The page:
A descriptive analysis was performed examining selected variables for each group. Continuous variables were expressed as mean (SD) or median (quartile 1–3) and compared using 1-way ANOVA or Kruskal-Wallis test as appropriate. Categorical variables were expressed as number (percentage) and compared using Pearson χ2 test or Fisher exact test as appropriate. Kaplan–Meier survival curves stratified by the Framingham risk scores and MPI were generated and compared using the log-rank test. Survival analysis treated the time of stress MPI as time 0. A value of P <0.05 was set a priori and considered statistically significant. All statistical analyses were performed using the Statistical Package for Social Sciences, version 19, for Windows (SPSS, Chicago, IL).
The study consisted of 700 patients without known diagnosis of CAD (mean age, 62±15 years; 55% female) who had syncope and underwent stress MPI according to the standard clinical practice at the Cleveland Clinic. Patients had significant comorbidities, including hypertension (62%), hyperlipidemia (54%), diabetes mellitus (20%), and smoking (44%; Table 1). The prevalences of history of ventricular arrhythmia, aortic stenosis, and hypertrophic cardiomyopathy were 5%, 1.4%, and 1.6%, respectively, and no patients had known high-degree atrioventricular block. The baseline demographics, comorbidities, and medications are listed in Table 1 and were stratified by the Framingham cardiovascular risk score. Patients in the high-risk group had more cardiovascular risk factors and were taking more cardiac medications (Table 1).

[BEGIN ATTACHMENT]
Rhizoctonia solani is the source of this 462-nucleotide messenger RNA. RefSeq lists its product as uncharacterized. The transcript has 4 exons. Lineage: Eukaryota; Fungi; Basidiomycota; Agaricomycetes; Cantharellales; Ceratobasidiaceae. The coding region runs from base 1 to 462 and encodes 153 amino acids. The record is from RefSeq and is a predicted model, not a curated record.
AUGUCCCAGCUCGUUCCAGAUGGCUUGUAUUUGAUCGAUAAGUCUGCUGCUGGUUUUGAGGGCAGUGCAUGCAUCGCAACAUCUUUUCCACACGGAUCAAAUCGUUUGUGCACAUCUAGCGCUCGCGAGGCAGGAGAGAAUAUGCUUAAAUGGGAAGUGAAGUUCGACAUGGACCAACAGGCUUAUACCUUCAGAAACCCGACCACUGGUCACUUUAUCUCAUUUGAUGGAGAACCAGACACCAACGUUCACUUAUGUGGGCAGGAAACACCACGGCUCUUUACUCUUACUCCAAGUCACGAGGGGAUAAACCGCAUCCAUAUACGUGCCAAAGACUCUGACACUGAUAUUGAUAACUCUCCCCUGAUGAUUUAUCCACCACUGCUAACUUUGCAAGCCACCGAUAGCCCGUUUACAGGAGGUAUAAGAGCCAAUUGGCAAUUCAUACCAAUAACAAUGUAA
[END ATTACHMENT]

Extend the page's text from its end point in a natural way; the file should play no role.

There were 165 patients (24%) who performed treadmill stress MPI, exercised for a mean of 7.6±2.0 minutes, and achieved 92±8% maximal predicted heart rate and 8.7±3.0 metabolic equivalent. The resting blood pressures were 129±18 mm Hg (SBP) and 82±10 mm Hg (diastolic); the peak stress blood pressures were 174±26 mm Hg (SBP) and 84±13 mm Hg (diastolic). Only 2 patients experienced a drop in peak SBP >10 mm Hg (10 and 32 mm Hg, respectively) but did not have any associated symptoms. None of the patients developed hypotension or SBP <100 mm Hg during exercise. Similarly, none developed bradycardia or heart block. Patients in the high-risk category achieved lower metabolic equivalents and exercise time (P=0.002 and 0.021 for the trend across risk groups, respectively) but no significant difference in hypotension.